The city council of Toledo, Ohio and the commissioners of Lucas County, Ohio — where Toledo is located — are coming together to put $1.6 million toward purchasing unpaid medical debts of its residents, which could result in wiping out as much as $200 million in past-due medical bills. This believed to be the first time that a government at any level has sought to help its residents with their unpaid medical debts.
Toledo’s city council approved the ordinance — which will take $800,000 from the $180 million it received from the federal government as part of the American Rescue Plan Act — and put it toward purchasing the unpaid medical debts of its residents. Lucas County has agreed to match the funds being put forth by the city, doubling the investment to $1.6 million.
The money will be used by RIP Medical Debt, which has partnered with TV stations, churches, healthcare providers, and unions, among others, but has never worked directly with a government at the local, state, or federal level, to buy and forgive unpaid debts.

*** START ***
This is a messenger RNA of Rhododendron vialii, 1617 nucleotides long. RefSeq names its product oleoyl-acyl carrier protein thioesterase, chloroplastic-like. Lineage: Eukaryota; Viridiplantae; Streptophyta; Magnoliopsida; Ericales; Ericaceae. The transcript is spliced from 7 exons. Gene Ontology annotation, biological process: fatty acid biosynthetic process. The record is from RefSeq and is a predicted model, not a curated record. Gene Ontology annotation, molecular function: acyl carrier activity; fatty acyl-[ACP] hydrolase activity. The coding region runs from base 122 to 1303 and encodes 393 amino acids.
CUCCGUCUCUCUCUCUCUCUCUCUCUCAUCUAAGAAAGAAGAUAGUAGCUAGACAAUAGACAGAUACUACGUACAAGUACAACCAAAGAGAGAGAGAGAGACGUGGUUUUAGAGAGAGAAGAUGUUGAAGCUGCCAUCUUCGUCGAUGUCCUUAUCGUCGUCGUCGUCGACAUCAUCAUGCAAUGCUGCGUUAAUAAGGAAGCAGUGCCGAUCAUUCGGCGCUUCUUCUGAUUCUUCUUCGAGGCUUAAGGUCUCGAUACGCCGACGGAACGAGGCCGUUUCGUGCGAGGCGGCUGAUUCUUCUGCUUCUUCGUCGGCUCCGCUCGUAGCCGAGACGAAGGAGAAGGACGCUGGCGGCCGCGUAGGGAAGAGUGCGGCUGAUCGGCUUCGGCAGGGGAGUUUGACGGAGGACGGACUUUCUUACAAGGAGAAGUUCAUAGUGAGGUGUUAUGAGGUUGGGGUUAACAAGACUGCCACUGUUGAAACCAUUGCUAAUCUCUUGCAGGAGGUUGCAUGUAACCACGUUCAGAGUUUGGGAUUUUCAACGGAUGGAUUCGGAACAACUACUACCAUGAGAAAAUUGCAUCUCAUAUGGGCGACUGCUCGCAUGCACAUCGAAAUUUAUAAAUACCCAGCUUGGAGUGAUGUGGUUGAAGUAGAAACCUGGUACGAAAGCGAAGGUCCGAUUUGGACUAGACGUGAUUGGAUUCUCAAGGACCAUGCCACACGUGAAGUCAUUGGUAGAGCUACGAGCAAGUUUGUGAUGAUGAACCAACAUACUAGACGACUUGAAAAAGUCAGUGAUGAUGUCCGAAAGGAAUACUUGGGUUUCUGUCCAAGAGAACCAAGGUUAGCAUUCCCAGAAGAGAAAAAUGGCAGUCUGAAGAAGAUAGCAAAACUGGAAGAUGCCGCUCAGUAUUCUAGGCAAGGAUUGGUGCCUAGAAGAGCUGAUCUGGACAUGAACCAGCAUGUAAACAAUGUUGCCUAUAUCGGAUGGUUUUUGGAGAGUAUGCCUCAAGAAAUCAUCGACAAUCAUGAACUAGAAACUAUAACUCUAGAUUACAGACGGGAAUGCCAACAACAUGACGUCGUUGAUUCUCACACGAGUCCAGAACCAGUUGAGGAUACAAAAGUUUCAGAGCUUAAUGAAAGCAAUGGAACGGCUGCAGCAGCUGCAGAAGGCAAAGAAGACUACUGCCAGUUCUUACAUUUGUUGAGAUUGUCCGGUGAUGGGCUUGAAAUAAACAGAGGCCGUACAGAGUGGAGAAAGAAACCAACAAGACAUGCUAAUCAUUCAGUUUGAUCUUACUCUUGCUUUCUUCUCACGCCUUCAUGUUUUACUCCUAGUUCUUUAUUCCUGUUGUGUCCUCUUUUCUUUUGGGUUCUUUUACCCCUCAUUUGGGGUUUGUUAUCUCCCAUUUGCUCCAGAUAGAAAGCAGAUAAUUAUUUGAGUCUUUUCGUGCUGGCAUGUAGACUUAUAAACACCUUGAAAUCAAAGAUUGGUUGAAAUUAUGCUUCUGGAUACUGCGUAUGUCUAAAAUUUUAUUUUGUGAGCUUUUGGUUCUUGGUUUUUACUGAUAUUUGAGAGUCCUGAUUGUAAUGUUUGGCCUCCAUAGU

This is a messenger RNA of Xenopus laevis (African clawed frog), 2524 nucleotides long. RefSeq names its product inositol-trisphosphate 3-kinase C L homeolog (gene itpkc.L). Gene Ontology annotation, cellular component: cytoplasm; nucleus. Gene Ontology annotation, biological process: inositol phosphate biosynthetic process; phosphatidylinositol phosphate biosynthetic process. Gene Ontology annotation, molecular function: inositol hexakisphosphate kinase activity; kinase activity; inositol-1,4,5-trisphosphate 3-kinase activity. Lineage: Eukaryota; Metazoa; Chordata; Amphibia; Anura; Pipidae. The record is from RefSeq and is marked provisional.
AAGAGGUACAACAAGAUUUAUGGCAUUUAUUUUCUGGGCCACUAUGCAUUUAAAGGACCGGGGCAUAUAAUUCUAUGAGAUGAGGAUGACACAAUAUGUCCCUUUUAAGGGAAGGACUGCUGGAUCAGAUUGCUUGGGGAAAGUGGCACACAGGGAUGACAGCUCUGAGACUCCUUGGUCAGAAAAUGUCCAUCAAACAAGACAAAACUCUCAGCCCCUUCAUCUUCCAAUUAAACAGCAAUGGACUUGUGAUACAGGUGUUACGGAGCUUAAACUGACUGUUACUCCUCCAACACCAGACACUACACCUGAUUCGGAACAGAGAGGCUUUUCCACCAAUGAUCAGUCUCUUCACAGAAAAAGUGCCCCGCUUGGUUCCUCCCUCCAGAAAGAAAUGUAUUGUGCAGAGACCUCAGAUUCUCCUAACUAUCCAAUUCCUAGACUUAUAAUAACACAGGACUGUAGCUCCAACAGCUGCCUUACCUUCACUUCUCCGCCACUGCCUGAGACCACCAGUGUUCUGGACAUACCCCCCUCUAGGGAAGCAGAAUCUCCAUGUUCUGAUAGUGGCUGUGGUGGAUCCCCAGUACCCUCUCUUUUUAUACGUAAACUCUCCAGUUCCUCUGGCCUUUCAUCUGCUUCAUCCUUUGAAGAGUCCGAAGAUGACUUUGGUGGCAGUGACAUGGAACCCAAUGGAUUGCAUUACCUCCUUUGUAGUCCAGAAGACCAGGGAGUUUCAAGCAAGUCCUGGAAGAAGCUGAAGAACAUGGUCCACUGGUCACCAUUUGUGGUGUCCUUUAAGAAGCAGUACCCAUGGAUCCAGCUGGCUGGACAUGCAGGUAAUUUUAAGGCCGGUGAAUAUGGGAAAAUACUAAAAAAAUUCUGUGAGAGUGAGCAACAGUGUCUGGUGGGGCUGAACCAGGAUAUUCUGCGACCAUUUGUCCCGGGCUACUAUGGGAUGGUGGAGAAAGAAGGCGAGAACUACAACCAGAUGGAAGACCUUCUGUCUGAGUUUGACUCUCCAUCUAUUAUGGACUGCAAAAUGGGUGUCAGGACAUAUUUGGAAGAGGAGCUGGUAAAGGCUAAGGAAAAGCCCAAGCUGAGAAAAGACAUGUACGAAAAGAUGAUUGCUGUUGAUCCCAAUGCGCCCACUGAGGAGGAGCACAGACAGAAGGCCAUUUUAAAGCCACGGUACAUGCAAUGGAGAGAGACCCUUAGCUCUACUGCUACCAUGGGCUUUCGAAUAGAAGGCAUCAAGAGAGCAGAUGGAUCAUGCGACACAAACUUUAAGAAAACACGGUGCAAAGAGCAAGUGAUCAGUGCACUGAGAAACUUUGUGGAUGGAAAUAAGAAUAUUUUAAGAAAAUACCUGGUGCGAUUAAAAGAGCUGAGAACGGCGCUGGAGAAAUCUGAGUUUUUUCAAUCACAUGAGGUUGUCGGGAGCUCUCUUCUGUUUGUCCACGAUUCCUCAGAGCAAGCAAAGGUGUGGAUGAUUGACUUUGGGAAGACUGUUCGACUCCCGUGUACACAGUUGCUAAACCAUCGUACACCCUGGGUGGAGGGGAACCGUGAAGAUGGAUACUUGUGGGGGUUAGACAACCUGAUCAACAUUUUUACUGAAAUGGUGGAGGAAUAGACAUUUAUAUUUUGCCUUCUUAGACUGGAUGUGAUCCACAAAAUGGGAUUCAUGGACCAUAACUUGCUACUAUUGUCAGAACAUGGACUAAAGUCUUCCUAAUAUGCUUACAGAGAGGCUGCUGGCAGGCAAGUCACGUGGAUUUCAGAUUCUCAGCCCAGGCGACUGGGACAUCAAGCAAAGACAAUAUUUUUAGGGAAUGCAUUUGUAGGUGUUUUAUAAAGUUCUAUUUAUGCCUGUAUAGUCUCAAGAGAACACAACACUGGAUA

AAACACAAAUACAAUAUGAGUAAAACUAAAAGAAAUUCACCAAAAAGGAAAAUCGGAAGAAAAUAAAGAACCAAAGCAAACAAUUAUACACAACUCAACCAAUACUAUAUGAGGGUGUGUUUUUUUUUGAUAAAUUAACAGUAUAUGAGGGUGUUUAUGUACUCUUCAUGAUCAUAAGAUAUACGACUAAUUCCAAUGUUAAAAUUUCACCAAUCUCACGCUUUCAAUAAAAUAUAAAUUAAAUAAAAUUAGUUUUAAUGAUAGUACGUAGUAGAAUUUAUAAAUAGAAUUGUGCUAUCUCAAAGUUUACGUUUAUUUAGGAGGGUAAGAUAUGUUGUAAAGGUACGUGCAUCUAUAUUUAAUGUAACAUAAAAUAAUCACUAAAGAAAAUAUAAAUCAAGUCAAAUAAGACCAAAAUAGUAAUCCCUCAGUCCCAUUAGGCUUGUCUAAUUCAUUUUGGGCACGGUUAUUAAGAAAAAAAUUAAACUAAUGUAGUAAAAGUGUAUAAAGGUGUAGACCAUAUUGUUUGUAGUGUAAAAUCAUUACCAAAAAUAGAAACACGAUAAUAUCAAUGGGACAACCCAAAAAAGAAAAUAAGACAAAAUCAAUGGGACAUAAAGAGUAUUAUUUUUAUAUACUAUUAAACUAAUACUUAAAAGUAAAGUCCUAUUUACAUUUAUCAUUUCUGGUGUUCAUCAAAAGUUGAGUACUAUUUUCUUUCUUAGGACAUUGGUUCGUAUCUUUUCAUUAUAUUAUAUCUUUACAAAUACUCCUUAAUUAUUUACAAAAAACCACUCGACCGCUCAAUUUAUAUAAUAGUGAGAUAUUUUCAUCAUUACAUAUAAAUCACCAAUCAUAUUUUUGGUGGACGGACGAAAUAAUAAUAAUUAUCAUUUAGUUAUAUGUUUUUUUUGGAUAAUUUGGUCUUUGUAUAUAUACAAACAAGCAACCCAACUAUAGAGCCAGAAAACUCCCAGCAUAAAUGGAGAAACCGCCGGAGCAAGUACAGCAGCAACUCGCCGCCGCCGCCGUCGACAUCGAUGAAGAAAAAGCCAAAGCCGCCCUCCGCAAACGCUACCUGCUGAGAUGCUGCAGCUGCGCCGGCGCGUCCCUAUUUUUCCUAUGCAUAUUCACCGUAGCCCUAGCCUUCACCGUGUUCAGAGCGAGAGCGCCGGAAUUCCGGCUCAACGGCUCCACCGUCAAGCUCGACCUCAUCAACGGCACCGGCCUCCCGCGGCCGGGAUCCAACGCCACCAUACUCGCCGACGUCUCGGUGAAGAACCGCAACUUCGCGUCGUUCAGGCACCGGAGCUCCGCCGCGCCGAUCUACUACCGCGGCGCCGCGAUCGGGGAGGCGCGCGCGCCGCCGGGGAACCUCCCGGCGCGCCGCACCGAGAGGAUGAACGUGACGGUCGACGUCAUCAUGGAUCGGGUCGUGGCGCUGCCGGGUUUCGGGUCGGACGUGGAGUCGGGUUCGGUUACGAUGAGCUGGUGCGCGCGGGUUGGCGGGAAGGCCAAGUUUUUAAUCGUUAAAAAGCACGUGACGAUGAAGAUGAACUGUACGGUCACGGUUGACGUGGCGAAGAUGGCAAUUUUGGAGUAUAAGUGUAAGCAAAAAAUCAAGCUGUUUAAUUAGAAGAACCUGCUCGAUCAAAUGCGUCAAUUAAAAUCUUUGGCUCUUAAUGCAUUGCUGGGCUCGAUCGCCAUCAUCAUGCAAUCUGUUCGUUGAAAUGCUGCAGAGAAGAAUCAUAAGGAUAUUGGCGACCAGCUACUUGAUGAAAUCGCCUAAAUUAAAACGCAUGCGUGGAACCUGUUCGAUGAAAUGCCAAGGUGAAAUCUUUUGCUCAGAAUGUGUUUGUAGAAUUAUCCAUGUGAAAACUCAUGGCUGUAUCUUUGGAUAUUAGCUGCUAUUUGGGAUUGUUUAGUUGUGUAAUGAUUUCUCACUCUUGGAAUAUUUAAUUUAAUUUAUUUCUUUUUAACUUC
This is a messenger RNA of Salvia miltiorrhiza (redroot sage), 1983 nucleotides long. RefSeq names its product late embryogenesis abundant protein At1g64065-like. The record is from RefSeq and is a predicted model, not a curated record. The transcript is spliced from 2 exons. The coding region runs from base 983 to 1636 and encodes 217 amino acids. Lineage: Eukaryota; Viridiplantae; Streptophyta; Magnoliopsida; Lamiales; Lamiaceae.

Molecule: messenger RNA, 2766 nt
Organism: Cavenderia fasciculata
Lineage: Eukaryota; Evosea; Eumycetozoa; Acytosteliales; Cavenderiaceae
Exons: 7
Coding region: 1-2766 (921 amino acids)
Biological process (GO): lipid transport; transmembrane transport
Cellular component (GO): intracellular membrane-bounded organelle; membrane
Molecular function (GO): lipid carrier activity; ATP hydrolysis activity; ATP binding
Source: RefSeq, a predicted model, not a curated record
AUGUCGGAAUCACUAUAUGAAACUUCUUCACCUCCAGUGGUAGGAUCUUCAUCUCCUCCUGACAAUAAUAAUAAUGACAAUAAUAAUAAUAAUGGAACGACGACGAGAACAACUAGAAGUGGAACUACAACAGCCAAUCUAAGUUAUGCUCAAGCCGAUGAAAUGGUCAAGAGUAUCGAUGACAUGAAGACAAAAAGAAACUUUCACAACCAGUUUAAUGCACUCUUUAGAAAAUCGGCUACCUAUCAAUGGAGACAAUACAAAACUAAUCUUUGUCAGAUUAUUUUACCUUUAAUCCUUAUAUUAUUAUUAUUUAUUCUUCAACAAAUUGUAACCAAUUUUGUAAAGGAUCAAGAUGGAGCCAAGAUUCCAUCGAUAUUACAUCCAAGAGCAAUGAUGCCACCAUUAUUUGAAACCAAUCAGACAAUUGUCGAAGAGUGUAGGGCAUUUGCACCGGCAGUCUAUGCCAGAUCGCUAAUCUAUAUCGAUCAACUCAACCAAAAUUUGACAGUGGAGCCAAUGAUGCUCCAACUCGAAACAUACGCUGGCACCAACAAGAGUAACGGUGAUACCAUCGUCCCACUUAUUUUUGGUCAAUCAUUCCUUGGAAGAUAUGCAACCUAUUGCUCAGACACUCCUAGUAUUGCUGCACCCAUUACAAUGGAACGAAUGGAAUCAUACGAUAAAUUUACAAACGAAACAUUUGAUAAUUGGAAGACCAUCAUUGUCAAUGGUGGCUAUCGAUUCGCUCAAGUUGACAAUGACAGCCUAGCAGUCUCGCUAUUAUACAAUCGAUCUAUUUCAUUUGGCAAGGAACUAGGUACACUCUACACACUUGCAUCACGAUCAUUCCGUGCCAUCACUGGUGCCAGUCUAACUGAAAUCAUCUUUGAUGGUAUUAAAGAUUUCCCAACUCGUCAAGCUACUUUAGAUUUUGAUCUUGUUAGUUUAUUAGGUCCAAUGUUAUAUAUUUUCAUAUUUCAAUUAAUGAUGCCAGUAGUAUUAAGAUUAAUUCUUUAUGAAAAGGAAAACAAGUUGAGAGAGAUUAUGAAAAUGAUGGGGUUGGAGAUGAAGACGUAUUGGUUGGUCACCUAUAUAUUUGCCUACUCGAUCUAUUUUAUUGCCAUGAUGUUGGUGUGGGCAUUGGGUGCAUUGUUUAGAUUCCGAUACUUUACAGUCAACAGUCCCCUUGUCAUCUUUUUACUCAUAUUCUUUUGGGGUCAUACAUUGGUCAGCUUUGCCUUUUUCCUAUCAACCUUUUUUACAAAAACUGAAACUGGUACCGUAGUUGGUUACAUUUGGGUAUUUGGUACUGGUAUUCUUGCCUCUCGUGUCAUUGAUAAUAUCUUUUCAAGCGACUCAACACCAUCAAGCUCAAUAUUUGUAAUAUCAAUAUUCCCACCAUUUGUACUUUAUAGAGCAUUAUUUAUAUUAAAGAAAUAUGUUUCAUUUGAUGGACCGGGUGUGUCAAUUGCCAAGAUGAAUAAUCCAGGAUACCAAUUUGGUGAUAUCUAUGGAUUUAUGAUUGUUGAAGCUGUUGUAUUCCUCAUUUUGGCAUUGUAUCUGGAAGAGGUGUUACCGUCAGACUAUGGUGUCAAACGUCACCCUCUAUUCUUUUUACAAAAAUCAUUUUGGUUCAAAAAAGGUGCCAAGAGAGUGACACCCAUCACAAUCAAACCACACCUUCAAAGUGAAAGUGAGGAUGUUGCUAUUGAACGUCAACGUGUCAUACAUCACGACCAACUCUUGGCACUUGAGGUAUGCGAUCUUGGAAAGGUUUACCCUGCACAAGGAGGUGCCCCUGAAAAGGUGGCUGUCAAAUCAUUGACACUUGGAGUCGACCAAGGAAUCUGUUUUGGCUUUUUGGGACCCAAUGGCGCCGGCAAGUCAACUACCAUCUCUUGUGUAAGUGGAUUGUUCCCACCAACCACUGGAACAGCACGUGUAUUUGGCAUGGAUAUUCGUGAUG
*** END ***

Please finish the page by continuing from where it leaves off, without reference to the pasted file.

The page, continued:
Michele Grim is the member of Toledo’s council who proposed the ordinance. Last week, she was elected to the Ohio state House of Representatives.
“I see this as a national movement, because we’re the richest country, but we don’t have universal healthcare,” Grim said in a published report. “We let people go bankrupt. We let people miss doctor’s appointments — or avoid going to the doctor — because they don’t want to pay those co-pays, because they can’t afford it.”
“Washington, D.C., may not have a plan to eliminate medical debt,” she said, “but Toledo, Ohio, does.”
In order to qualify to have their medical debts forgiven, individuals must earn less than four times the federal poverty level or have unpaid medical debts in excess of 5% of their annual income.